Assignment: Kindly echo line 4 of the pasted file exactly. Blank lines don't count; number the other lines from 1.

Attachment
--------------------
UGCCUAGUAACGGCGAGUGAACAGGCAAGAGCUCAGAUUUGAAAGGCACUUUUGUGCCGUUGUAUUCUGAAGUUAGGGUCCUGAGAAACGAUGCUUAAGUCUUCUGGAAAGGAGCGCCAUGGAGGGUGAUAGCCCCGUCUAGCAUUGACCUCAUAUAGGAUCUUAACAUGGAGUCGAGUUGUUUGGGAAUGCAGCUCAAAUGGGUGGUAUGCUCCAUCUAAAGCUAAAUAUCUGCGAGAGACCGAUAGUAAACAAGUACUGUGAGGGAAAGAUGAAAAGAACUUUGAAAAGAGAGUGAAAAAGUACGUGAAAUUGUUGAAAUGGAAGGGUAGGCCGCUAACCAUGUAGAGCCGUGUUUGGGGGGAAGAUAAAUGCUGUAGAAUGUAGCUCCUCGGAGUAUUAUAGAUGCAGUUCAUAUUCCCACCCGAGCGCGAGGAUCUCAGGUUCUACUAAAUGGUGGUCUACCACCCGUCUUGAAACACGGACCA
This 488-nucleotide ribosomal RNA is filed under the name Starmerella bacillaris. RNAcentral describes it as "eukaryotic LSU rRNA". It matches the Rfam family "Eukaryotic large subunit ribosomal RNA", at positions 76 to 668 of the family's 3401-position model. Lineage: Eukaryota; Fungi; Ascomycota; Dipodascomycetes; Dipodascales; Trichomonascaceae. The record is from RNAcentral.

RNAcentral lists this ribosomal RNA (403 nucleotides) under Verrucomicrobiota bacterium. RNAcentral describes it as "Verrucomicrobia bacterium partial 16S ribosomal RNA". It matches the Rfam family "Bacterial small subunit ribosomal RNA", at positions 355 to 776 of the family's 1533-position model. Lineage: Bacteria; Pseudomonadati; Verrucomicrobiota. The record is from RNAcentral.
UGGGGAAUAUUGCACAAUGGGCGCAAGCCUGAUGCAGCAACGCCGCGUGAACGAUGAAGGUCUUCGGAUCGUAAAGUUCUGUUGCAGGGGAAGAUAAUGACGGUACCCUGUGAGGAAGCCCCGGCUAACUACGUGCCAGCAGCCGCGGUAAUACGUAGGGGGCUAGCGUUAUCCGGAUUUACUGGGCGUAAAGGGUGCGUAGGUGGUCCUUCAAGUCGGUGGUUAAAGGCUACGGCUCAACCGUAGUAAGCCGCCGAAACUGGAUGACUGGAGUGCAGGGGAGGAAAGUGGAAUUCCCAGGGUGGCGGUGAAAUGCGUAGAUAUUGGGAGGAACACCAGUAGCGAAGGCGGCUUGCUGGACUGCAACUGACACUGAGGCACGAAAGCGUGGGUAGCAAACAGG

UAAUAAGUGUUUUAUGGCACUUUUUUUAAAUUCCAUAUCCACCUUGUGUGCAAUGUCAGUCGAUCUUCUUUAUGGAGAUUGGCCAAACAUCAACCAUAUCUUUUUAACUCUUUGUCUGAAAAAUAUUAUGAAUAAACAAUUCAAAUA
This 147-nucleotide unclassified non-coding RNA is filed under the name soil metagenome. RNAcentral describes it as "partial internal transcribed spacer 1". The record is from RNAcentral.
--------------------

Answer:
UGGGGAAUAUUGCACAAUGGGCGCAAGCCUGAUGCAGCAACGCCGCGUGAACGAUGAAGGUCUUCGGAUCGUAAAGUUCUGUUGCAGGGGAAGAUAAUGACGGUACCCUGUGAGGAAGCCCCGGCUAACUACGUGCCAGCAGCCGCGGUAAUACGUAGGGGGCUAGCGUUAUCCGGAUUUACUGGGCGUAAAGGGUGCGUAGGUGGUCCUUCAAGUCGGUGGUUAAAGGCUACGGCUCAACCGUAGUAAGCCGCCGAAACUGGAUGACUGGAGUGCAGGGGAGGAAAGUGGAAUUCCCAGGGUGGCGGUGAAAUGCGUAGAUAUUGGGAGGAACACCAGUAGCGAAGGCGGCUUGCUGGACUGCAACUGACACUGAGGCACGAAAGCGUGGGUAGCAAACAGG